Even if a person has never heard a single word about faith, once he hears the Gospel, he will rejoice, accept it, put his confidence in it, and draw comfort from the fact that he has the true, genuine faith—even though he may never have heard a word about faith. It is true indeed that genuine faith does change a person completely. It brings love into a person’s heart. Faith can be without love just as little as fire can be without heat. But the fact that faith contains love is not why faith justifies us and gives us what Christ has acquired for us and what is thus already ours and only needs to be received by us. These people do not teach what Scripture teaches in response to the question “What must I do to be saved?” Rather, the correct response to that question is: “You must believe, that is, you do not need to do anything yourself.” Because when the apostle answers the jailer’s question by saying, “You must believe in the Lord Jesus Christ.” That is the same as saying, “You do not need to do anything. Just receive what God has already done for you. That is all. Now you are saved.”

  8. Rev. Paul Rydecki :
    I think Luther’s summary of the Gospel is simple and clear and fully in line with Jesus’ words: “All men are sinners and are justified solely by faith in Christ.” (Luther’s Works:Vol. 26:p.59). That’s good news! Agreed?

    Thanks Pastor Rydecki for the sermon and the clarification. I am not having a problem understanding your words or meaning, however I have seen over the past several years the tendency toward “over thinking words” and “reading meanings” into people’s motives. Then again not all of us know each other in this electronic forum.

    Having met you once in person and knowing your nature as a tender and caring soul for his flock and other Christians, I am grateful to count you as a friend. Continued blessings on your ministry.

  9. One of the criminals who were hanged railed at him, saying, “Are you not the Christ? Save yourself and us!” But the other rebuked him, saying, “Do you not fear God, since you are under the same sentence of condemnation? And we indeed justly, for we are receiving the due reward of our deeds; but this man has done nothing wrong.” And he said, “Jesus, remember me when you come into your kingdom.” And he said to him, “Truly, I say to you, today you will be with me in Paradise.”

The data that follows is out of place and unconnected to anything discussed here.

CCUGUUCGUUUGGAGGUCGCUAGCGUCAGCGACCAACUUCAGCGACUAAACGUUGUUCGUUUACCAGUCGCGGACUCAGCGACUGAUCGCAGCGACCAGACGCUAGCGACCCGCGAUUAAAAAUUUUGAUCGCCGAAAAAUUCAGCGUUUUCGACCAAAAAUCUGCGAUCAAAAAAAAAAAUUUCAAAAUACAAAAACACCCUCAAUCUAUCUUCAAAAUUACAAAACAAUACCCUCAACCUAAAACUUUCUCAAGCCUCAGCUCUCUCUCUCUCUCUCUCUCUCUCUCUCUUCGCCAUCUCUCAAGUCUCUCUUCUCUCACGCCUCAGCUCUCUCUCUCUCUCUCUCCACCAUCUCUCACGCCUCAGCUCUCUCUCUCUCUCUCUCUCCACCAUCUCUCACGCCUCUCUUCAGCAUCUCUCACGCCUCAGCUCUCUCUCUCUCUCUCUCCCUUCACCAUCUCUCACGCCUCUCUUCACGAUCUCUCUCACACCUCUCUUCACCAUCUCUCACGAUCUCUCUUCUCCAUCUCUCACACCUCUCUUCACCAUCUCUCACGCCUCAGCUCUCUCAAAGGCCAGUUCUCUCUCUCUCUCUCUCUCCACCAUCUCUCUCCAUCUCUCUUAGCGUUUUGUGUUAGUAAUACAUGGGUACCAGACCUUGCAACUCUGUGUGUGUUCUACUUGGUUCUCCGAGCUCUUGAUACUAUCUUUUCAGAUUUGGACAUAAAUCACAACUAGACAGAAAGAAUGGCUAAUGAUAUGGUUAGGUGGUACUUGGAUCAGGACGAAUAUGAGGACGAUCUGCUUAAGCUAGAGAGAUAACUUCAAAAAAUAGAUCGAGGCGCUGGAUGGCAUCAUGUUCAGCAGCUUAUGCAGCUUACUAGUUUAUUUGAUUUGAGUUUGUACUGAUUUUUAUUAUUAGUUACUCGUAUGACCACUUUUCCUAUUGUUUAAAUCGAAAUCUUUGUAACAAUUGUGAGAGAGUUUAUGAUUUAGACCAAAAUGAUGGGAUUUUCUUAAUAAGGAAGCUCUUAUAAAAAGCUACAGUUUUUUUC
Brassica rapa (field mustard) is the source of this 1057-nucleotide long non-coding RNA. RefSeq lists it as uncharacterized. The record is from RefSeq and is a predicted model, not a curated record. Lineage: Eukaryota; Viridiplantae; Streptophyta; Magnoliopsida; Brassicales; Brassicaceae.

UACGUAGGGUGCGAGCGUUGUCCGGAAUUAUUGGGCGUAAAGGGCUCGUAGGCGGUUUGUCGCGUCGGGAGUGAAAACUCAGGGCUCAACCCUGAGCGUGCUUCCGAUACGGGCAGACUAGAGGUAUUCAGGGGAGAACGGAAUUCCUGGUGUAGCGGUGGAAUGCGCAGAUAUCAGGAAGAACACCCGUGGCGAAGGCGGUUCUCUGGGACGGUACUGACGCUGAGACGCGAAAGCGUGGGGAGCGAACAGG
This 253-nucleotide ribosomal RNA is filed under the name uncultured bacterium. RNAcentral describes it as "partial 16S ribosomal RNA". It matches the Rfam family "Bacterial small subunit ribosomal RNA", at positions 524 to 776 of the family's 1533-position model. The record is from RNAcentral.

(Luke 23:39-43 ESV)

    _______________________________________________________________________

    ““Everyone who exalts himself will be humbled. But whoever humbles himself will be exalted.”

    Jesus pleaded with them, just as He now pleads with you. Humble yourselves under God’s mighty hand that He may lift you up. Christ, with all His mercy and forgiveness, dwells not with the proud, but with the humble. Do not go to your house today like the Pharisee—confident in yourself and not justified. Instead, go to your house today like the tax collector, humble before God and man, and yet confident in the merit and the mercy of Christ, steadfast in the faith by which you, like the tax collector, have been justified. Amen.”

    _____________________________________________________________

    “Here is where Luther reveals his true greatness. He rarely appeals to his hearers to believe, but he preaches concerning the work of Christ, salvation by grace, and the riches of God’s mercy in Jesus Christ in such a manner that the hearers get the impression that all they have to do is to take what is being offered them and find a resting-place in the lap of divine grace.”

    _______________________________________________________________________

    “In our Gospel today, Jesus saw the true groups before Him—those who were confident in their own righteousness, and those who trusted in Jesus for mercy.”